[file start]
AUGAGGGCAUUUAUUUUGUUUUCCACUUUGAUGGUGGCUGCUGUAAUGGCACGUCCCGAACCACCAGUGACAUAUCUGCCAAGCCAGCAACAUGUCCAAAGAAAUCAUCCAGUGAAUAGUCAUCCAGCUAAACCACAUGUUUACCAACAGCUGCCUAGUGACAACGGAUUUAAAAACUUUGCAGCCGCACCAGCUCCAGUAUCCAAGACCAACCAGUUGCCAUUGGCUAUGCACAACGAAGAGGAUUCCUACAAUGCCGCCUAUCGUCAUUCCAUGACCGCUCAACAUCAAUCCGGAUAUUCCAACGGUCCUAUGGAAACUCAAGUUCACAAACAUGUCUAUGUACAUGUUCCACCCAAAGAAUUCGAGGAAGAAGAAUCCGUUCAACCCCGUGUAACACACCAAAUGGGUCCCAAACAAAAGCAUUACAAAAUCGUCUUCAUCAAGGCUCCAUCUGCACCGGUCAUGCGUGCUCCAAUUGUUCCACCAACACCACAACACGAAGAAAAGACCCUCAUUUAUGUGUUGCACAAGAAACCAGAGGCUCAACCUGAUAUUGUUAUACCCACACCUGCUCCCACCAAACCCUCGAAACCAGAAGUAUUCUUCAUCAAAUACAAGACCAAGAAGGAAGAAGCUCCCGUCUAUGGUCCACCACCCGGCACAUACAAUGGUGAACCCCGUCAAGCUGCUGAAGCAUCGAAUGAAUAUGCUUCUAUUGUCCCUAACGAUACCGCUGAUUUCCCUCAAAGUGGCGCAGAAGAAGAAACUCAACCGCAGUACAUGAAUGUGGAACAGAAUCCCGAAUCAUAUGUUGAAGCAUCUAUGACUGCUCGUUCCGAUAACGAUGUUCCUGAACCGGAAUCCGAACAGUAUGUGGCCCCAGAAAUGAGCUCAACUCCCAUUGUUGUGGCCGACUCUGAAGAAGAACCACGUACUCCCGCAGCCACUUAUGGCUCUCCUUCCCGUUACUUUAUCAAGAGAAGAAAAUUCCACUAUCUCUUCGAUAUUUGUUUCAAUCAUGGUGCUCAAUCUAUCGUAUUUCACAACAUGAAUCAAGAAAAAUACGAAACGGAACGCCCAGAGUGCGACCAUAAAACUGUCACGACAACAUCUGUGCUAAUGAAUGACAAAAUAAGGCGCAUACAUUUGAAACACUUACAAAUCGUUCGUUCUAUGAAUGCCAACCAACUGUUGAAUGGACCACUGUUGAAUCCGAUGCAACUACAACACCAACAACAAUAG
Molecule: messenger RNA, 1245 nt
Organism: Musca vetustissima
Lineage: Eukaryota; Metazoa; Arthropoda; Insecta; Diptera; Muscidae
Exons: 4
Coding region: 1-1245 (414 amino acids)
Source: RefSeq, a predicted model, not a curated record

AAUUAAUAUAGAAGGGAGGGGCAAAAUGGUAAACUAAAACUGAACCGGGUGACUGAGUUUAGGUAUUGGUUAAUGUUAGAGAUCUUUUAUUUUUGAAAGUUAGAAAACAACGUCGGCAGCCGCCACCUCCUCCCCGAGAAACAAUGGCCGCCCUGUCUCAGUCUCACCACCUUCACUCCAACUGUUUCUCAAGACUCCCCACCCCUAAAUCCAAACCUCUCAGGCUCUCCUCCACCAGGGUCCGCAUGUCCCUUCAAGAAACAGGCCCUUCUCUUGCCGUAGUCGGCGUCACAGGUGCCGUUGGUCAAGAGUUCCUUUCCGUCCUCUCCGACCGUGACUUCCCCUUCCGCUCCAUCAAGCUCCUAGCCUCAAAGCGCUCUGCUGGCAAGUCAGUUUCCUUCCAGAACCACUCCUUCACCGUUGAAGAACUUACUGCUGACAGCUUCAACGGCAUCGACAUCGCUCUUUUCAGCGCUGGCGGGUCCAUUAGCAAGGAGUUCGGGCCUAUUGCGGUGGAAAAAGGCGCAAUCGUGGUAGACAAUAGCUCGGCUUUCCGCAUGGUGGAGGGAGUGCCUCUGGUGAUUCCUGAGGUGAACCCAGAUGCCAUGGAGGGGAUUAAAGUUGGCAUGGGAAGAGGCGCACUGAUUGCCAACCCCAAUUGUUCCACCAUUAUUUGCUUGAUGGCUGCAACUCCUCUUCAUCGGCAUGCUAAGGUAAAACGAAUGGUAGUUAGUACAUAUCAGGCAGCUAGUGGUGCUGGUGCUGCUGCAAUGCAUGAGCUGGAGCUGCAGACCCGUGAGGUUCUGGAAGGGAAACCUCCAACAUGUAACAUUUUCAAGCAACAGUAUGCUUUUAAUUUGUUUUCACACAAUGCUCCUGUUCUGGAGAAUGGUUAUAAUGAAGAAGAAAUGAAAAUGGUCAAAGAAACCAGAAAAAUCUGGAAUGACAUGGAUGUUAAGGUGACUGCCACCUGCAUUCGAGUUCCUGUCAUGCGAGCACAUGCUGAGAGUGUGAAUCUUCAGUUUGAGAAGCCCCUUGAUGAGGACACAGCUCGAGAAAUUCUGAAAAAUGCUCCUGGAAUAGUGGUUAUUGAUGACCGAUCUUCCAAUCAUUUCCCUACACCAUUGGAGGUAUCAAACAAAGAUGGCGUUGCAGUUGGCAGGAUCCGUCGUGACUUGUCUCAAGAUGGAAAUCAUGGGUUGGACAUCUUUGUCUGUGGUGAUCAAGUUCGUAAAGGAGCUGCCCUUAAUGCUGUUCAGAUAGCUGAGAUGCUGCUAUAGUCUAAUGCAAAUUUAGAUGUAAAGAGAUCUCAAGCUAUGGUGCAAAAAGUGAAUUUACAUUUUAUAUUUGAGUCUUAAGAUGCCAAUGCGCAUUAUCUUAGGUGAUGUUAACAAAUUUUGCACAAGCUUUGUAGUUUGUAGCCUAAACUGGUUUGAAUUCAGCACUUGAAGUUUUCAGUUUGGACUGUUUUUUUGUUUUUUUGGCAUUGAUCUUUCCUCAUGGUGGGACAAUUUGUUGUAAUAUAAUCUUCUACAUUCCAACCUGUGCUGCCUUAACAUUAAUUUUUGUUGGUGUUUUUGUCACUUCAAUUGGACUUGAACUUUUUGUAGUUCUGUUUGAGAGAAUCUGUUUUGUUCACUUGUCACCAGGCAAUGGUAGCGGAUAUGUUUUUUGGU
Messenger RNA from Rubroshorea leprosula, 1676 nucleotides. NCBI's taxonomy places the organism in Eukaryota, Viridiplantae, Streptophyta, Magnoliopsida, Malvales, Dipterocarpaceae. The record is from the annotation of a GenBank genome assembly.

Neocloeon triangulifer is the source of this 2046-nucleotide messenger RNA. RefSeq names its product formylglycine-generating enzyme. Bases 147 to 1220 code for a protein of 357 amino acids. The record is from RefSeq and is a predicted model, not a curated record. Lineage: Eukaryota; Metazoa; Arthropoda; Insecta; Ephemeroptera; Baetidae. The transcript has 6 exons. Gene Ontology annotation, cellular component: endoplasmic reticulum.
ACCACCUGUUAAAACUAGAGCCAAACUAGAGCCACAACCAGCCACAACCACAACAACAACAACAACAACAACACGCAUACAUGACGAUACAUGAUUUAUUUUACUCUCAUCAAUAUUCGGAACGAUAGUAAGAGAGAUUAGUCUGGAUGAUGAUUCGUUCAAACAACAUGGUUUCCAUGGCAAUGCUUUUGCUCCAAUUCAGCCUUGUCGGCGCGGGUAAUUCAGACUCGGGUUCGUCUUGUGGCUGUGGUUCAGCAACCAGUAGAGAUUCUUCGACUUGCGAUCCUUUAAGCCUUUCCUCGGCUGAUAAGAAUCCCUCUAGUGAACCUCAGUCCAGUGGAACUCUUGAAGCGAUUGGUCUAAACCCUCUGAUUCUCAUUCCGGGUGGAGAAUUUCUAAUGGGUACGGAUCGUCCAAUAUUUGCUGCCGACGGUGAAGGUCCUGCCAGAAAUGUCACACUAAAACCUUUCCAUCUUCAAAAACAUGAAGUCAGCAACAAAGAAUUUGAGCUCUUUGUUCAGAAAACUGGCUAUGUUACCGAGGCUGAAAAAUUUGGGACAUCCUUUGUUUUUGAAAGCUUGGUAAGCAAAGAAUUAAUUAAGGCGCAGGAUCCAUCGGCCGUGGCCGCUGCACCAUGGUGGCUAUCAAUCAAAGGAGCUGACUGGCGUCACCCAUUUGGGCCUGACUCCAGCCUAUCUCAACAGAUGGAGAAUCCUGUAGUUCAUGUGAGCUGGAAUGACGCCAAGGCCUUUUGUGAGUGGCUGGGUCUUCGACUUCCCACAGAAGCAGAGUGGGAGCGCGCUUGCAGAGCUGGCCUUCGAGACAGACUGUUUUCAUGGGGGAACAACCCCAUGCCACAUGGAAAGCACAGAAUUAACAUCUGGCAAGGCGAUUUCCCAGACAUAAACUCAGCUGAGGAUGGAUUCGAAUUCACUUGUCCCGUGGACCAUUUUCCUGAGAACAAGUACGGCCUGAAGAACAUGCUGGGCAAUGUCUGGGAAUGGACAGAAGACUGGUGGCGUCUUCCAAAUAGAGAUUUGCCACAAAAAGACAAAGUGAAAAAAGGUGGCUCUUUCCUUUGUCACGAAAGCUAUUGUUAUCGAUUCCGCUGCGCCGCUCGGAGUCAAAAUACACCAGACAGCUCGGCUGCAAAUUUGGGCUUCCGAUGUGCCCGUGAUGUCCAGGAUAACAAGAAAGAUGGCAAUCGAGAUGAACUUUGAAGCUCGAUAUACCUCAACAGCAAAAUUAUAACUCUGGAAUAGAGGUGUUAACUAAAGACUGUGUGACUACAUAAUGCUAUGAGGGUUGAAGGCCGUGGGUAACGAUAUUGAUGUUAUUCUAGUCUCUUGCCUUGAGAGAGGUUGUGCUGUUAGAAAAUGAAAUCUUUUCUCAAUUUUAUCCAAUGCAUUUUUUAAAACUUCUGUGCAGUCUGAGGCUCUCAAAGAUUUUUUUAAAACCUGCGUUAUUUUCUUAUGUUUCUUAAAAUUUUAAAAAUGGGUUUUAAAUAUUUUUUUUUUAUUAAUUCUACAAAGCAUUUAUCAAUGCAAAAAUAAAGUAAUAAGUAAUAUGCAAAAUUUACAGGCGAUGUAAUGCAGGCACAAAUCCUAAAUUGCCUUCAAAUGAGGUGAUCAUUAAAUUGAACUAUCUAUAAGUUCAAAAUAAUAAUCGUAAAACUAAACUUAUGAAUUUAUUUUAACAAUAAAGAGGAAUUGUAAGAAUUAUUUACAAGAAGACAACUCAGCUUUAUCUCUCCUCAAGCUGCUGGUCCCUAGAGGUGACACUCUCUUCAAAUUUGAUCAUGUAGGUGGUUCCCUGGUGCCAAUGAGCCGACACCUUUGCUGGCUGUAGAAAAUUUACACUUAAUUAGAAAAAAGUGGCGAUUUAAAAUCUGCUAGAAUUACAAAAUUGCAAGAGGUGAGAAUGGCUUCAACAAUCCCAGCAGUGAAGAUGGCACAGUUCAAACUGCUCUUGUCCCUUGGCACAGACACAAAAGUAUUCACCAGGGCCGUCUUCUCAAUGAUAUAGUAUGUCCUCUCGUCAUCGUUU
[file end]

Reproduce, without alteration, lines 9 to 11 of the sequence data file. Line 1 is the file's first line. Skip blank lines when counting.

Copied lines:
Messenger RNA from Rubroshorea leprosula, 1676 nucleotides. NCBI's taxonomy places the organism in Eukaryota, Viridiplantae, Streptophyta, Magnoliopsida, Malvales, Dipterocarpaceae. The record is from the annotation of a GenBank genome assembly.

Neocloeon triangulifer is the source of this 2046-nucleotide messenger RNA. RefSeq names its product formylglycine-generating enzyme. Bases 147 to 1220 code for a protein of 357 amino acids. The record is from RefSeq and is a predicted model, not a curated record. Lineage: Eukaryota; Metazoa; Arthropoda; Insecta; Ephemeroptera; Baetidae. The transcript has 6 exons. Gene Ontology annotation, cellular component: endoplasmic reticulum.
ACCACCUGUUAAAACUAGAGCCAAACUAGAGCCACAACCAGCCACAACCACAACAACAACAACAACAACAACACGCAUACAUGACGAUACAUGAUUUAUUUUACUCUCAUCAAUAUUCGGAACGAUAGUAAGAGAGAUUAGUCUGGAUGAUGAUUCGUUCAAACAACAUGGUUUCCAUGGCAAUGCUUUUGCUCCAAUUCAGCCUUGUCGGCGCGGGUAAUUCAGACUCGGGUUCGUCUUGUGGCUGUGGUUCAGCAACCAGUAGAGAUUCUUCGACUUGCGAUCCUUUAAGCCUUUCCUCGGCUGAUAAGAAUCCCUCUAGUGAACCUCAGUCCAGUGGAACUCUUGAAGCGAUUGGUCUAAACCCUCUGAUUCUCAUUCCGGGUGGAGAAUUUCUAAUGGGUACGGAUCGUCCAAUAUUUGCUGCCGACGGUGAAGGUCCUGCCAGAAAUGUCACACUAAAACCUUUCCAUCUUCAAAAACAUGAAGUCAGCAACAAAGAAUUUGAGCUCUUUGUUCAGAAAACUGGCUAUGUUACCGAGGCUGAAAAAUUUGGGACAUCCUUUGUUUUUGAAAGCUUGGUAAGCAAAGAAUUAAUUAAGGCGCAGGAUCCAUCGGCCGUGGCCGCUGCACCAUGGUGGCUAUCAAUCAAAGGAGCUGACUGGCGUCACCCAUUUGGGCCUGACUCCAGCCUAUCUCAACAGAUGGAGAAUCCUGUAGUUCAUGUGAGCUGGAAUGACGCCAAGGCCUUUUGUGAGUGGCUGGGUCUUCGACUUCCCACAGAAGCAGAGUGGGAGCGCGCUUGCAGAGCUGGCCUUCGAGACAGACUGUUUUCAUGGGGGAACAACCCCAUGCCACAUGGAAAGCACAGAAUUAACAUCUGGCAAGGCGAUUUCCCAGACAUAAACUCAGCUGAGGAUGGAUUCGAAUUCACUUGUCCCGUGGACCAUUUUCCUGAGAACAAGUACGGCCUGAAGAACAUGCUGGGCAAUGUCUGGGAAUGGACAGAAGACUGGUGGCGUCUUCCAAAUAGAGAUUUGCCACAAAAAGACAAAGUGAAAAAAGGUGGCUCUUUCCUUUGUCACGAAAGCUAUUGUUAUCGAUUCCGCUGCGCCGCUCGGAGUCAAAAUACACCAGACAGCUCGGCUGCAAAUUUGGGCUUCCGAUGUGCCCGUGAUGUCCAGGAUAACAAGAAAGAUGGCAAUCGAGAUGAACUUUGAAGCUCGAUAUACCUCAACAGCAAAAUUAUAACUCUGGAAUAGAGGUGUUAACUAAAGACUGUGUGACUACAUAAUGCUAUGAGGGUUGAAGGCCGUGGGUAACGAUAUUGAUGUUAUUCUAGUCUCUUGCCUUGAGAGAGGUUGUGCUGUUAGAAAAUGAAAUCUUUUCUCAAUUUUAUCCAAUGCAUUUUUUAAAACUUCUGUGCAGUCUGAGGCUCUCAAAGAUUUUUUUAAAACCUGCGUUAUUUUCUUAUGUUUCUUAAAAUUUUAAAAAUGGGUUUUAAAUAUUUUUUUUUUAUUAAUUCUACAAAGCAUUUAUCAAUGCAAAAAUAAAGUAAUAAGUAAUAUGCAAAAUUUACAGGCGAUGUAAUGCAGGCACAAAUCCUAAAUUGCCUUCAAAUGAGGUGAUCAUUAAAUUGAACUAUCUAUAAGUUCAAAAUAAUAAUCGUAAAACUAAACUUAUGAAUUUAUUUUAACAAUAAAGAGGAAUUGUAAGAAUUAUUUACAAGAAGACAACUCAGCUUUAUCUCUCCUCAAGCUGCUGGUCCCUAGAGGUGACACUCUCUUCAAAUUUGAUCAUGUAGGUGGUUCCCUGGUGCCAAUGAGCCGACACCUUUGCUGGCUGUAGAAAAUUUACACUUAAUUAGAAAAAAGUGGCGAUUUAAAAUCUGCUAGAAUUACAAAAUUGCAAGAGGUGAGAAUGGCUUCAACAAUCCCAGCAGUGAAGAUGGCACAGUUCAAACUGCUCUUGUCCCUUGGCACAGACACAAAAGUAUUCACCAGGGCCGUCUUCUCAAUGAUAUAGUAUGUCCUCUCGUCAUCGUUU